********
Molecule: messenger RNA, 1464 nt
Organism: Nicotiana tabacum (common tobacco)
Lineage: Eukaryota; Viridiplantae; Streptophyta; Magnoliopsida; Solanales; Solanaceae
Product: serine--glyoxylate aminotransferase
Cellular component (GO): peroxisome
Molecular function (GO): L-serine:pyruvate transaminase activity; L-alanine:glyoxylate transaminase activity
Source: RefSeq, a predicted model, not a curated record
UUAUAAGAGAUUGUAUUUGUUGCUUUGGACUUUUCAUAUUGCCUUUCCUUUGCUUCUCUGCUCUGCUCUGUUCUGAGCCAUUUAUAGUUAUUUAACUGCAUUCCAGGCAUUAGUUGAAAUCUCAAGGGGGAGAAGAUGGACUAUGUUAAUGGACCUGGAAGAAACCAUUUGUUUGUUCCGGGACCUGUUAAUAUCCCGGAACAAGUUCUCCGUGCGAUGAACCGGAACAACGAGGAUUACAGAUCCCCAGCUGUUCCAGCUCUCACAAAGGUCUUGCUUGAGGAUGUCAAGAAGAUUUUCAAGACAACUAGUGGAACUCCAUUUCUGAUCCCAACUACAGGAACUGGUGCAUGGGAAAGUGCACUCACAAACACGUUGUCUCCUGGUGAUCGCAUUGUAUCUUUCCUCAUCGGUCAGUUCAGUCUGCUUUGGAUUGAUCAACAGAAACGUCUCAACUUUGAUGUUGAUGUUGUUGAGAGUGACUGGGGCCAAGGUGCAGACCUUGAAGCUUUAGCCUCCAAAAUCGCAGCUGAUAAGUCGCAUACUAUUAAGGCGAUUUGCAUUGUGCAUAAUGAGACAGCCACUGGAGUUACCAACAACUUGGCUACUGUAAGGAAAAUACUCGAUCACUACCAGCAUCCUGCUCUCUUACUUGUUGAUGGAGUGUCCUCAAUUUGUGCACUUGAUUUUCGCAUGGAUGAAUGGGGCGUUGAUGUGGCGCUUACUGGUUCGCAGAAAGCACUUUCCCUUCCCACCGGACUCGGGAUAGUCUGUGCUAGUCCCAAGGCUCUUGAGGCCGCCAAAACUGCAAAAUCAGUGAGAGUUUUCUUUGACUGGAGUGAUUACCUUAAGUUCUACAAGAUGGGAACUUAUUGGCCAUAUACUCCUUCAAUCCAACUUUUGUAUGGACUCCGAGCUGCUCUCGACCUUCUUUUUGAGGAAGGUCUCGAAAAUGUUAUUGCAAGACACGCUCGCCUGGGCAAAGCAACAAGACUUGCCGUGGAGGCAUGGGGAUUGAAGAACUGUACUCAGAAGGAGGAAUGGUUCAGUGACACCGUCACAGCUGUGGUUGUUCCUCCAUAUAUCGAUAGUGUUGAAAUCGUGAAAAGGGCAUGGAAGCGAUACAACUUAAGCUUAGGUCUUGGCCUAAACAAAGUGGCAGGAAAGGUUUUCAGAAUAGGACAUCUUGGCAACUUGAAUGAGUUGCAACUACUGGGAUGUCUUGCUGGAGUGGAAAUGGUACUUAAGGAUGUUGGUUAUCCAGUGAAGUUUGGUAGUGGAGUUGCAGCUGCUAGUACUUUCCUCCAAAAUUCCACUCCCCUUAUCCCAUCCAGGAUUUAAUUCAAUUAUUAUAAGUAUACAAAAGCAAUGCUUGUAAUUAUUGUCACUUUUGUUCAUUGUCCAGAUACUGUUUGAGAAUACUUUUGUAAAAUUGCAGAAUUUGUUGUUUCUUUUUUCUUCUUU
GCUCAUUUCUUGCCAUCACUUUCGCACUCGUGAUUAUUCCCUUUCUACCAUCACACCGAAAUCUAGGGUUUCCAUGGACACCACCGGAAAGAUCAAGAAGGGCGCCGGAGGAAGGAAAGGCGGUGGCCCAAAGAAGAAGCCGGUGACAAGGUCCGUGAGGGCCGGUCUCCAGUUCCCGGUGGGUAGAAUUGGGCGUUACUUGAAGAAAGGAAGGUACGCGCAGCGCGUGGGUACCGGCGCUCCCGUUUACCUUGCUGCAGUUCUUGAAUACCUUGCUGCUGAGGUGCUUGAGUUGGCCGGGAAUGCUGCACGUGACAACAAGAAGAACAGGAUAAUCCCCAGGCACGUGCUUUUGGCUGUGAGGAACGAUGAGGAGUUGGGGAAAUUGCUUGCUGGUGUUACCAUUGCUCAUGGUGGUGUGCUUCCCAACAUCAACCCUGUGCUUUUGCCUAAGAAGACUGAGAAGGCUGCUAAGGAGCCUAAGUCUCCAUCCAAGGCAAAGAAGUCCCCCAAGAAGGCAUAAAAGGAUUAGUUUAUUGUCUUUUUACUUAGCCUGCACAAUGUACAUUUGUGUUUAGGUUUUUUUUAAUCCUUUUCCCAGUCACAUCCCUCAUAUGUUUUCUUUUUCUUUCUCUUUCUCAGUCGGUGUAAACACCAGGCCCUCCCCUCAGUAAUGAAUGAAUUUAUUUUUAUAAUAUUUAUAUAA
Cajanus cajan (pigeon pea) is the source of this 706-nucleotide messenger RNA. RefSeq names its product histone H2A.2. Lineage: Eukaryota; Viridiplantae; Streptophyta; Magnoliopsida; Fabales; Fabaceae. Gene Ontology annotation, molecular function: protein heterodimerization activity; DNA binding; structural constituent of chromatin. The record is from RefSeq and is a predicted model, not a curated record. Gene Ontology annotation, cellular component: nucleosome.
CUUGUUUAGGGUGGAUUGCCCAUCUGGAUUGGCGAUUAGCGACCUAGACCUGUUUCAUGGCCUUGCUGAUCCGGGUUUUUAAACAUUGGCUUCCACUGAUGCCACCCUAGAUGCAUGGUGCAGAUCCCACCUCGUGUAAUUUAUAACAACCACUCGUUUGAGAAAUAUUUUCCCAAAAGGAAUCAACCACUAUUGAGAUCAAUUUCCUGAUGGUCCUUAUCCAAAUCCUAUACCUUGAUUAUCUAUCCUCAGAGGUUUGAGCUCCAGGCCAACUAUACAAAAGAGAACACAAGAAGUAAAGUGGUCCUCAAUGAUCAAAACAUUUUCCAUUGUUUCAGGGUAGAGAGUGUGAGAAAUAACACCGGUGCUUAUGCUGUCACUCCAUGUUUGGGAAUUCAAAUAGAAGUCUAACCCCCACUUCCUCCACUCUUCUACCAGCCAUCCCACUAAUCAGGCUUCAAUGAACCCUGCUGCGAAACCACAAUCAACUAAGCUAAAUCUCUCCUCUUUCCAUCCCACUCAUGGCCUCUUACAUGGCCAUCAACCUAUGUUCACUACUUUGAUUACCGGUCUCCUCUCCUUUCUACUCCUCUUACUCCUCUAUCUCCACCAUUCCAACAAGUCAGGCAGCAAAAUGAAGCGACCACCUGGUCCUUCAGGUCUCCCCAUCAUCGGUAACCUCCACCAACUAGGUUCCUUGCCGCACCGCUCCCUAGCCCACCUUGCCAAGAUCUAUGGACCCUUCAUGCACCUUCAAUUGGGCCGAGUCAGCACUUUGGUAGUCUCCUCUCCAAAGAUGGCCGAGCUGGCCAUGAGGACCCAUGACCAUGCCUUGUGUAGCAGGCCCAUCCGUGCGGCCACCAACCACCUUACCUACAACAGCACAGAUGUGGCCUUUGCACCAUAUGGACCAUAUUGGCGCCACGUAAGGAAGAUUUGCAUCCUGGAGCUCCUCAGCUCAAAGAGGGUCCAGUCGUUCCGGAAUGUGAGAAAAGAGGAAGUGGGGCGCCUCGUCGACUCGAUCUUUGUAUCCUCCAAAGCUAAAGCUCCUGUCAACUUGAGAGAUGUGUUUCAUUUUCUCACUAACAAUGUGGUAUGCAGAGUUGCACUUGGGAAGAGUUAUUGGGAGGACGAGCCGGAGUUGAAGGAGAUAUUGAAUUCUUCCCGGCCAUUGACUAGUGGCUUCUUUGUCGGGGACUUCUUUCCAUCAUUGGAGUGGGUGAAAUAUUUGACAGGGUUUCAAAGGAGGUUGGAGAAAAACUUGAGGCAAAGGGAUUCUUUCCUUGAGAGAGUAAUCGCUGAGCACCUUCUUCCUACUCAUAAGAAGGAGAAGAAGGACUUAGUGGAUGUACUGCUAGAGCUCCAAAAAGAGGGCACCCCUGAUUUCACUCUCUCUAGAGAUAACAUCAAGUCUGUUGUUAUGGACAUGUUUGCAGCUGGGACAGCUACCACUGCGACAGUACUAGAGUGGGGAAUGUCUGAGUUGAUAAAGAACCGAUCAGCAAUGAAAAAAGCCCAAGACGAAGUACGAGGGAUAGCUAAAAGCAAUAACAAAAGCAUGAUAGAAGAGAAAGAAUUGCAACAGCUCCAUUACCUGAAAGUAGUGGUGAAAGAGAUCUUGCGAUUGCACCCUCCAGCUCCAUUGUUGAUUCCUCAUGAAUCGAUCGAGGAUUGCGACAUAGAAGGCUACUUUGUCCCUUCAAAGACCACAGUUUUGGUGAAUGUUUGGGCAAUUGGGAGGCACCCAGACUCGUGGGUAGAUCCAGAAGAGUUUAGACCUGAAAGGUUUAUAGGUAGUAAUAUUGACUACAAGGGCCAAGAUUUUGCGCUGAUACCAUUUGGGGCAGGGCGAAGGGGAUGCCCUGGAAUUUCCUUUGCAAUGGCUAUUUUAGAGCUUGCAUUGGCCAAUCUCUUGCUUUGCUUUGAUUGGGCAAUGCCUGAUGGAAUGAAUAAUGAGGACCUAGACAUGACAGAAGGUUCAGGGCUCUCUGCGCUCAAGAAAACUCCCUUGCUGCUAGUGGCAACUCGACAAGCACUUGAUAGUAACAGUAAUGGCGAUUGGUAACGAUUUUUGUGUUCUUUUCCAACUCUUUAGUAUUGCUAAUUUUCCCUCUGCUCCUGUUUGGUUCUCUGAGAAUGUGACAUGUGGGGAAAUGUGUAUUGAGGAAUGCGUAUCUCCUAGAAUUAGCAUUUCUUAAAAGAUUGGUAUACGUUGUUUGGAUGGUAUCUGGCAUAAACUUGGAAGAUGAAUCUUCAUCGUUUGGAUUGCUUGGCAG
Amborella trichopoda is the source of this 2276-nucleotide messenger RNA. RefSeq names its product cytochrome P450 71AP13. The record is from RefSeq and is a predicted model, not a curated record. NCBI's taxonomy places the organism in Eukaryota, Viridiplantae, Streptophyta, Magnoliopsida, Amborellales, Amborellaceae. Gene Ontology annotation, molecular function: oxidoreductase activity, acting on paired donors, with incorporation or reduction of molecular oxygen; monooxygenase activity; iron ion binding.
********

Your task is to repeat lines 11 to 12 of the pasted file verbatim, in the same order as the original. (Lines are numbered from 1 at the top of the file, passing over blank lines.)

CUUGUUUAGGGUGGAUUGCCCAUCUGGAUUGGCGAUUAGCGACCUAGACCUGUUUCAUGGCCUUGCUGAUCCGGGUUUUUAAACAUUGGCUUCCACUGAUGCCACCCUAGAUGCAUGGUGCAGAUCCCACCUCGUGUAAUUUAUAACAACCACUCGUUUGAGAAAUAUUUUCCCAAAAGGAAUCAACCACUAUUGAGAUCAAUUUCCUGAUGGUCCUUAUCCAAAUCCUAUACCUUGAUUAUCUAUCCUCAGAGGUUUGAGCUCCAGGCCAACUAUACAAAAGAGAACACAAGAAGUAAAGUGGUCCUCAAUGAUCAAAACAUUUUCCAUUGUUUCAGGGUAGAGAGUGUGAGAAAUAACACCGGUGCUUAUGCUGUCACUCCAUGUUUGGGAAUUCAAAUAGAAGUCUAACCCCCACUUCCUCCACUCUUCUACCAGCCAUCCCACUAAUCAGGCUUCAAUGAACCCUGCUGCGAAACCACAAUCAACUAAGCUAAAUCUCUCCUCUUUCCAUCCCACUCAUGGCCUCUUACAUGGCCAUCAACCUAUGUUCACUACUUUGAUUACCGGUCUCCUCUCCUUUCUACUCCUCUUACUCCUCUAUCUCCACCAUUCCAACAAGUCAGGCAGCAAAAUGAAGCGACCACCUGGUCCUUCAGGUCUCCCCAUCAUCGGUAACCUCCACCAACUAGGUUCCUUGCCGCACCGCUCCCUAGCCCACCUUGCCAAGAUCUAUGGACCCUUCAUGCACCUUCAAUUGGGCCGAGUCAGCACUUUGGUAGUCUCCUCUCCAAAGAUGGCCGAGCUGGCCAUGAGGACCCAUGACCAUGCCUUGUGUAGCAGGCCCAUCCGUGCGGCCACCAACCACCUUACCUACAACAGCACAGAUGUGGCCUUUGCACCAUAUGGACCAUAUUGGCGCCACGUAAGGAAGAUUUGCAUCCUGGAGCUCCUCAGCUCAAAGAGGGUCCAGUCGUUCCGGAAUGUGAGAAAAGAGGAAGUGGGGCGCCUCGUCGACUCGAUCUUUGUAUCCUCCAAAGCUAAAGCUCCUGUCAACUUGAGAGAUGUGUUUCAUUUUCUCACUAACAAUGUGGUAUGCAGAGUUGCACUUGGGAAGAGUUAUUGGGAGGACGAGCCGGAGUUGAAGGAGAUAUUGAAUUCUUCCCGGCCAUUGACUAGUGGCUUCUUUGUCGGGGACUUCUUUCCAUCAUUGGAGUGGGUGAAAUAUUUGACAGGGUUUCAAAGGAGGUUGGAGAAAAACUUGAGGCAAAGGGAUUCUUUCCUUGAGAGAGUAAUCGCUGAGCACCUUCUUCCUACUCAUAAGAAGGAGAAGAAGGACUUAGUGGAUGUACUGCUAGAGCUCCAAAAAGAGGGCACCCCUGAUUUCACUCUCUCUAGAGAUAACAUCAAGUCUGUUGUUAUGGACAUGUUUGCAGCUGGGACAGCUACCACUGCGACAGUACUAGAGUGGGGAAUGUCUGAGUUGAUAAAGAACCGAUCAGCAAUGAAAAAAGCCCAAGACGAAGUACGAGGGAUAGCUAAAAGCAAUAACAAAAGCAUGAUAGAAGAGAAAGAAUUGCAACAGCUCCAUUACCUGAAAGUAGUGGUGAAAGAGAUCUUGCGAUUGCACCCUCCAGCUCCAUUGUUGAUUCCUCAUGAAUCGAUCGAGGAUUGCGACAUAGAAGGCUACUUUGUCCCUUCAAAGACCACAGUUUUGGUGAAUGUUUGGGCAAUUGGGAGGCACCCAGACUCGUGGGUAGAUCCAGAAGAGUUUAGACCUGAAAGGUUUAUAGGUAGUAAUAUUGACUACAAGGGCCAAGAUUUUGCGCUGAUACCAUUUGGGGCAGGGCGAAGGGGAUGCCCUGGAAUUUCCUUUGCAAUGGCUAUUUUAGAGCUUGCAUUGGCCAAUCUCUUGCUUUGCUUUGAUUGGGCAAUGCCUGAUGGAAUGAAUAAUGAGGACCUAGACAUGACAGAAGGUUCAGGGCUCUCUGCGCUCAAGAAAACUCCCUUGCUGCUAGUGGCAACUCGACAAGCACUUGAUAGUAACAGUAAUGGCGAUUGGUAACGAUUUUUGUGUUCUUUUCCAACUCUUUAGUAUUGCUAAUUUUCCCUCUGCUCCUGUUUGGUUCUCUGAGAAUGUGACAUGUGGGGAAAUGUGUAUUGAGGAAUGCGUAUCUCCUAGAAUUAGCAUUUCUUAAAAGAUUGGUAUACGUUGUUUGGAUGGUAUCUGGCAUAAACUUGGAAGAUGAAUCUUCAUCGUUUGGAUUGCUUGGCAG
Amborella trichopoda is the source of this 2276-nucleotide messenger RNA. RefSeq names its product cytochrome P450 71AP13. The record is from RefSeq and is a predicted model, not a curated record. NCBI's taxonomy places the organism in Eukaryota, Viridiplantae, Streptophyta, Magnoliopsida, Amborellales, Amborellaceae. Gene Ontology annotation, molecular function: oxidoreductase activity, acting on paired donors, with incorporation or reduction of molecular oxygen; monooxygenase activity; iron ion binding.